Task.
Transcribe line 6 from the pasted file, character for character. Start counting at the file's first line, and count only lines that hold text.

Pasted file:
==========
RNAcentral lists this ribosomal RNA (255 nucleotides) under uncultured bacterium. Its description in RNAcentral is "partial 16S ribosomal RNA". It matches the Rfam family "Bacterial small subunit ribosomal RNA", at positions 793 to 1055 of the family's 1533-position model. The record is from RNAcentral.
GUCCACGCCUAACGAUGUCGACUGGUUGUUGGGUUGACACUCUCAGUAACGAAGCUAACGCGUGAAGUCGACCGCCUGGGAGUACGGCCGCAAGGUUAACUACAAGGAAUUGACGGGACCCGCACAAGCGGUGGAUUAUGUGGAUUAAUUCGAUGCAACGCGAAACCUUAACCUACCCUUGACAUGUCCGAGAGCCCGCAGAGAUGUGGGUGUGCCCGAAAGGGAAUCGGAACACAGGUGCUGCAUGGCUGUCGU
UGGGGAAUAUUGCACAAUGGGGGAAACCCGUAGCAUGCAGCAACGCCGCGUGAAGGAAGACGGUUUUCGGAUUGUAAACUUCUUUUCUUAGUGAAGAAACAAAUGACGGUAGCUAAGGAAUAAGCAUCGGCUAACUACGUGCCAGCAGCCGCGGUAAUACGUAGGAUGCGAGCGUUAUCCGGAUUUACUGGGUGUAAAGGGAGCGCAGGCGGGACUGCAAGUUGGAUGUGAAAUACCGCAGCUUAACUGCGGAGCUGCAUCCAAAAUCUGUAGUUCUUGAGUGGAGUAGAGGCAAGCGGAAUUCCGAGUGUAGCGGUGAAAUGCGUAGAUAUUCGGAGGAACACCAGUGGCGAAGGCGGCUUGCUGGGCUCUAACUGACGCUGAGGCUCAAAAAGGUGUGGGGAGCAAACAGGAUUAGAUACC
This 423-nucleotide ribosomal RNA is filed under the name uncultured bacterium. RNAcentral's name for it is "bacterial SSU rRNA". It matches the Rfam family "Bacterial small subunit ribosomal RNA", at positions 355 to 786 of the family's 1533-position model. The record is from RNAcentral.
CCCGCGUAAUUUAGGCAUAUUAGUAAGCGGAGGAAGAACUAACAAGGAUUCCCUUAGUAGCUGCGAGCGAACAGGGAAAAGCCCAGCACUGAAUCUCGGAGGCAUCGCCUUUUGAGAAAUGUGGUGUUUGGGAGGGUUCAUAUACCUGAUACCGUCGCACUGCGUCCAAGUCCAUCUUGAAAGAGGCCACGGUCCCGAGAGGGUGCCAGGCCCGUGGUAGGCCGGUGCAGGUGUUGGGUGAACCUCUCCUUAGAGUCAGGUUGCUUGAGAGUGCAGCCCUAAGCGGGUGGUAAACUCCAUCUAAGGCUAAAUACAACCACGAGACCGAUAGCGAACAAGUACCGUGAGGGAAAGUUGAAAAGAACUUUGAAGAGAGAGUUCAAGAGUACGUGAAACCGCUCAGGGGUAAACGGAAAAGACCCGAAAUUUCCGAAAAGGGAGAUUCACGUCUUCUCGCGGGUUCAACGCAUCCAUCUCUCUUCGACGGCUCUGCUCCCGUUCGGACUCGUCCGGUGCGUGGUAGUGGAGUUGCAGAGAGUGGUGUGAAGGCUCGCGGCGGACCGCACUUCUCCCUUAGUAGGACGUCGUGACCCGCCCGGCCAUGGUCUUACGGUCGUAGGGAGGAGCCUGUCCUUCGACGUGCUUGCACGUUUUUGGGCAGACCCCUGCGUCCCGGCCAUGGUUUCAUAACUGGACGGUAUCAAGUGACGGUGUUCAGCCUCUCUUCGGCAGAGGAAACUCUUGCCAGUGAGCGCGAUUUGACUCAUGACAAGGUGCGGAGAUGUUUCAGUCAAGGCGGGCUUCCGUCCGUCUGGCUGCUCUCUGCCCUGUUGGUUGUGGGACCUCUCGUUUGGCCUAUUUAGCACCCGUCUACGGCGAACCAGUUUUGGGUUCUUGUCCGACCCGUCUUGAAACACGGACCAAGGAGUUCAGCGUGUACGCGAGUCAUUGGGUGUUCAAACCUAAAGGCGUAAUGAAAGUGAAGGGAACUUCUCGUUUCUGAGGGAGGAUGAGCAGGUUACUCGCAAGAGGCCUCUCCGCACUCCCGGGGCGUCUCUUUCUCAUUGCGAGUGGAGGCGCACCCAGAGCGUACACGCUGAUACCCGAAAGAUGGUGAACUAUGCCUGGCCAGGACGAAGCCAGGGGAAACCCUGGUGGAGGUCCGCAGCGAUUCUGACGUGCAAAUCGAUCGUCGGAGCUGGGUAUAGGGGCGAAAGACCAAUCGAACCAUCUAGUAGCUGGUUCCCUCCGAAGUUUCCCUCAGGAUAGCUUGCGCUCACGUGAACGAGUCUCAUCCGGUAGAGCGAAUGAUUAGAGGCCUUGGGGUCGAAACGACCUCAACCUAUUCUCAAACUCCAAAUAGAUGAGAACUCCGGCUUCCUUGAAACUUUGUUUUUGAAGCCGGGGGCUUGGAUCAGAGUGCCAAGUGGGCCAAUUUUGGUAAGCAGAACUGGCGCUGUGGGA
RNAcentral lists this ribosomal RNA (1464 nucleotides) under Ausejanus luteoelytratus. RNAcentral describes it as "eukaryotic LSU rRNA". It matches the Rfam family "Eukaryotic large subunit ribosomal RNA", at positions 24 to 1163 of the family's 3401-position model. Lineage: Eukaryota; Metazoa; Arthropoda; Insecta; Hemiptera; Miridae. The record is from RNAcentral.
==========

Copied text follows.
RNAcentral lists this ribosomal RNA (1464 nucleotides) under Ausejanus luteoelytratus. RNAcentral describes it as "eukaryotic LSU rRNA". It matches the Rfam family "Eukaryotic large subunit ribosomal RNA", at positions 24 to 1163 of the family's 3401-position model. Lineage: Eukaryota; Metazoa; Arthropoda; Insecta; Hemiptera; Miridae. The record is from RNAcentral.